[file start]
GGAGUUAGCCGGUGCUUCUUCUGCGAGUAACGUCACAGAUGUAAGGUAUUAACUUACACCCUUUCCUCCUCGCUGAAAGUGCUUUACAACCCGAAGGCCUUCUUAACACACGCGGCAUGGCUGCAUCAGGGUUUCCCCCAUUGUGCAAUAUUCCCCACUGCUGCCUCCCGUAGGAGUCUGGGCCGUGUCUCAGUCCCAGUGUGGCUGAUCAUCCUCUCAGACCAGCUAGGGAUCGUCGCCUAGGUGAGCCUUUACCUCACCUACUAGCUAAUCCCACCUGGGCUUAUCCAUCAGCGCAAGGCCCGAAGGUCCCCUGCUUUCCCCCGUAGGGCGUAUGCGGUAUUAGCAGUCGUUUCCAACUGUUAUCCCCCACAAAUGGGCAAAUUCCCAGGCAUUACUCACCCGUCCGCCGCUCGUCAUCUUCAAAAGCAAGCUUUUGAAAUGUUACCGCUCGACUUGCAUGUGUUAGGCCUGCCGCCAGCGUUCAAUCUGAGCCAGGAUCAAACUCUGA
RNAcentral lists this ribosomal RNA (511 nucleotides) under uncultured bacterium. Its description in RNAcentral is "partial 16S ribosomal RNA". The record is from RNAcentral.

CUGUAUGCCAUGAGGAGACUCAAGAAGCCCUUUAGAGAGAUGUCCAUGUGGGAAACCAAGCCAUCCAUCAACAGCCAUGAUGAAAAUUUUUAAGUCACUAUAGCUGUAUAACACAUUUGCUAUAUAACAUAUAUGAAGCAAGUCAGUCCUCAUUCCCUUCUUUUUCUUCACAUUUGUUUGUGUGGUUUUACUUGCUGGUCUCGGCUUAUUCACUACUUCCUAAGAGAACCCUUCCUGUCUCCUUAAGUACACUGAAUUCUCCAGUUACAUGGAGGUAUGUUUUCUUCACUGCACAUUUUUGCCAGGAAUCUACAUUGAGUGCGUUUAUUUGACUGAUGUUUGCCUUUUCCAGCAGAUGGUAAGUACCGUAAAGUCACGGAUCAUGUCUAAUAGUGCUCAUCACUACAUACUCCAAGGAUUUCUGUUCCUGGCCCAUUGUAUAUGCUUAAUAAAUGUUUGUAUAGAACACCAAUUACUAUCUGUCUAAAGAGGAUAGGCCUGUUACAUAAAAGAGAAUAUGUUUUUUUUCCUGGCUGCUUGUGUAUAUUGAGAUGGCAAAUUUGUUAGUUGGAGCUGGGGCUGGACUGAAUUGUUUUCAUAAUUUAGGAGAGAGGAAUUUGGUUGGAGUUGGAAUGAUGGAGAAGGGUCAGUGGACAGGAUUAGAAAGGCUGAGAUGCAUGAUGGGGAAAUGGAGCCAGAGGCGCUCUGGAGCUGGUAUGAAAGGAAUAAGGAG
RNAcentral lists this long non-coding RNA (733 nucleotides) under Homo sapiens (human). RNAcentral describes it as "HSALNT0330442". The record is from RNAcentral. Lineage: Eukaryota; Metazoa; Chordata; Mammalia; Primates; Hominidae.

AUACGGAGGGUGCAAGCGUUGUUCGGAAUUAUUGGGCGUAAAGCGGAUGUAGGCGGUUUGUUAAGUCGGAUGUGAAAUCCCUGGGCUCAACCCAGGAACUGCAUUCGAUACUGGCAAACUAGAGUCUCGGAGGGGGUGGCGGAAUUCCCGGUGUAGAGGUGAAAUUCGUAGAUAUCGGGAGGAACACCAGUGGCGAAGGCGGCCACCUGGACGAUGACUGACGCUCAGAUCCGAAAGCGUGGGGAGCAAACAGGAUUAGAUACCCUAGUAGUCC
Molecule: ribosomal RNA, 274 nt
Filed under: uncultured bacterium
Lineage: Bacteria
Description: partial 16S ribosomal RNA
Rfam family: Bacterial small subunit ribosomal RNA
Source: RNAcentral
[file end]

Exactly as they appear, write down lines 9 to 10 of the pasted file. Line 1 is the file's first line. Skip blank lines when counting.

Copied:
Description: partial 16S ribosomal RNA
Rfam family: Bacterial small subunit ribosomal RNA